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Paradise Found at Taketomi Island

By: Joel Feinman

Date Posted: 2001-02-09

This past December I was lucky enough to have five or six days of vacation in a row, which I chose to spend wandering around the Yaeyama Islands. About as far from mainland Japan as one get without ending up in Taiwan, the Yaeyamas consist of two main islands, Ishigaki-jima and Iriomote-jima, and numerous smaller islands and islets between and beyond the two big ones. For those of you looking for that elusive little piece of paradise still left on earth, I am happy to report that you needn’t look any further.

Taketomi-jima, a tiny island in between Ishigaki and Iriomote, is every utopian’s dream come true (assuming you aren’t some crazy who thinks that snow, ice, and a –10 degree wind chill factor are matches made in heaven). Taketomi is the kind of place you read about in exotic travelogues and spend the next week salivating over, the kind of place that Hollywood seeks out and destroys with a DeCaprian vengeance. But before I continue with my tantalizing tale, as the man says we should probably begin at the beginning.

"How do I get there?" Well, I’m glad you asked me that! You could fly to Ishigaki from Naha: takes about and hour, costs $200-300 round trip…but don’t if you can help it. I advise acclimating yourself to the relaxed and carefree attitude that Taketomi requires by taking a ferry from Naha to Ishigaki. Not only is this the cheaper way to go ($100 round trip ticket), but it is actually a fun and enjoyable boat ride. Leave Naha New Port at 8 p.m., enjoy the ferry’s more-than-adequate accommodations with dinner and a drink, retire to a cozy bunk-bed, and wake up at ten the next morning to an ocean so blue and an island so green it could hurt your eyes just to look at them. Sure the trip takes fourteen hours, but you’re unconscious for most of it. Besides, if you’re in a rush to find high adventure and excitement, than this trip is not for you anyway.

After you arrive in Ishigaki, get on another (much smaller) ferry to the jewel of Taketomi itself-only ten minutes away (the two islands are a stone throw apart). And finally, when you pull into the paradise that is Taketomi-jima, jump right in and do…nothing. On Taketomi there is so much of nothing to do that it took me a whole day to realize what a treasure I’d found. No movie theatres, no clubs, no theme parks or fast-food restaurants. Just the earth and the sea as God had intended them to be. You can walk the whole island in half a day, chased by swarms of luminous butterflies and cheered by acres of psychedelic flowers. You can go to the beach, which is essentially the entirety of the island’s 10 km coastline, and snorkel over the most beautiful coral reefs this writer has ever seen.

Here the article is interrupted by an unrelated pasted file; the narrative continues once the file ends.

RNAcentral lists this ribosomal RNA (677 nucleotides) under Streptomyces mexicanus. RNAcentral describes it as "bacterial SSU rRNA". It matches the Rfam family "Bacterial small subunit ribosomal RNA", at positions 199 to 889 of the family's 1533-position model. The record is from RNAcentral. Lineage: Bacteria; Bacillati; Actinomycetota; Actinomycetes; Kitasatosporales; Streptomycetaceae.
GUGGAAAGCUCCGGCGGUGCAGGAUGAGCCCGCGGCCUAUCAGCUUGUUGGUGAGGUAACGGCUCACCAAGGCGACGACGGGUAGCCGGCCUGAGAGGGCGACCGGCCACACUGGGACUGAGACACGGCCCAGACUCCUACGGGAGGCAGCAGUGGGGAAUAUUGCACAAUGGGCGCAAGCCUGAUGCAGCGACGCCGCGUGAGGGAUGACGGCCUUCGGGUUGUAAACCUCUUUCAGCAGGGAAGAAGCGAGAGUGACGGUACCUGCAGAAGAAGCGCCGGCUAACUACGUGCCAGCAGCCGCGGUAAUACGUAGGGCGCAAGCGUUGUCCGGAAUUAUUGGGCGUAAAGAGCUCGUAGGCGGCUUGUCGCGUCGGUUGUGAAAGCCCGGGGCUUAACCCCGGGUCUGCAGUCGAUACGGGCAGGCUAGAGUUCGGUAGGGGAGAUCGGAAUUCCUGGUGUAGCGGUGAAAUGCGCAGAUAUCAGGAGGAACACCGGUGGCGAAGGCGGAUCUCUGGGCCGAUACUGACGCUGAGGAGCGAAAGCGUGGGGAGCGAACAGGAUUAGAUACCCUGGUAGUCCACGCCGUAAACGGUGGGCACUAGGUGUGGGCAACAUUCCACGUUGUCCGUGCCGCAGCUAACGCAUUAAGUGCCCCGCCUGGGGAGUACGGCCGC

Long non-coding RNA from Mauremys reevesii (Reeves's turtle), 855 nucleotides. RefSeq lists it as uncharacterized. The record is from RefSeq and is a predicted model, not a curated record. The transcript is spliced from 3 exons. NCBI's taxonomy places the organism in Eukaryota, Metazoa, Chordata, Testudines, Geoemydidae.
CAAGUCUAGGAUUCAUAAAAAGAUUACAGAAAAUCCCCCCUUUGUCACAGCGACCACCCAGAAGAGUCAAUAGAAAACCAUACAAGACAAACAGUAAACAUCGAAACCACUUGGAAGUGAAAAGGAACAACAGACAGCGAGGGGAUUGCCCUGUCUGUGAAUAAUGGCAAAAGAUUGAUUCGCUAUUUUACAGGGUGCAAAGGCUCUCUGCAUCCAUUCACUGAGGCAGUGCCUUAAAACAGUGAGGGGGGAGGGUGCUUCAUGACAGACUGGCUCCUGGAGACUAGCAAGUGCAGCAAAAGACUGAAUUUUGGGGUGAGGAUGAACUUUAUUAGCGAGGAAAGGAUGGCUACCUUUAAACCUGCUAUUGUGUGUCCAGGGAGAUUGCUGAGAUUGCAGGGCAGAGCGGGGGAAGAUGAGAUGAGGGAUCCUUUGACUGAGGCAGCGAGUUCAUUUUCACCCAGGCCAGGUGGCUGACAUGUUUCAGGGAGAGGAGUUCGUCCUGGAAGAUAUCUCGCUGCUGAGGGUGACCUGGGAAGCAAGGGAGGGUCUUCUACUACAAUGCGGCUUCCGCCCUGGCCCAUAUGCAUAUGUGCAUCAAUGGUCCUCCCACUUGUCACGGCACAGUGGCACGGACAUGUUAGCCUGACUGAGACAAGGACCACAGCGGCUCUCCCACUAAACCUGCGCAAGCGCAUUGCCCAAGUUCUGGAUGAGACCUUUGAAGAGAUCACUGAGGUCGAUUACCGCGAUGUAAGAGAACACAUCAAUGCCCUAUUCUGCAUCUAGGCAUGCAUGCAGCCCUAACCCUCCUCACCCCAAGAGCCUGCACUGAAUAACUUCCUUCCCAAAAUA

Comb the surf for hoshisuna, tiny star shaped grains of sand that are actually the dried skeletons of miniscule marine creatures. Heading past acres of farmland and fields full of cattle, trek into the island’s single village of Akayama. For ¥1000 you can take an ox-cart ride around town, and view homes built in traditional Okinawan fashion, with red-tiled roofs and walls of coral topped with shiisa. As a bonus, at the end of the tour you receive the unrivaled pleasure of watching an ox defecate into a steel bucket; but don’t worry, the driver apologizes for the sight and smell by serenading you with a song on your way back into town. If you are tired, and don’t want to head back to Naha smelling like a beast of burden, why not spend the night? Taketomi has numerous pensions and minshuku to choose from. The tatami mats are clean, the futons are warm, and at ¥5000 for one night with breakfast and dinner included, it’s the best deal around. If you are lucky enough to visit Taketomi on New Years Eve like I was, after dinner you can sit around with the other guests and swill the island’s own brand of Awamori until the stroke of twelve, when the whole town (appx. 200 people) gathers at the main shrine to ring in the New Year with a toast and a smile. And in the morning, awaken to the first sunrise of the new millennium and…relax. Have some tea in the non-polluted air. Read a book amongst the gardens, or have a turtle-spotting contest with your friends on the beach. Whatever you do, by no means should you worry. Yet this should go without saying, for on Taketomi there seems to be very little to worry about indeed. For me, the most shattering experience of my vacation was when it started to rain, and I was forced inside off of the beach.

Once I retreated to the warmth and comfort of my tatami room, I did for a moment yearn to turn on a television…then I thought how nice it would be to be able to order a pepperoni pizza…then I remembered where I was, and reminded my self that paradise is fleeting enough as it is.

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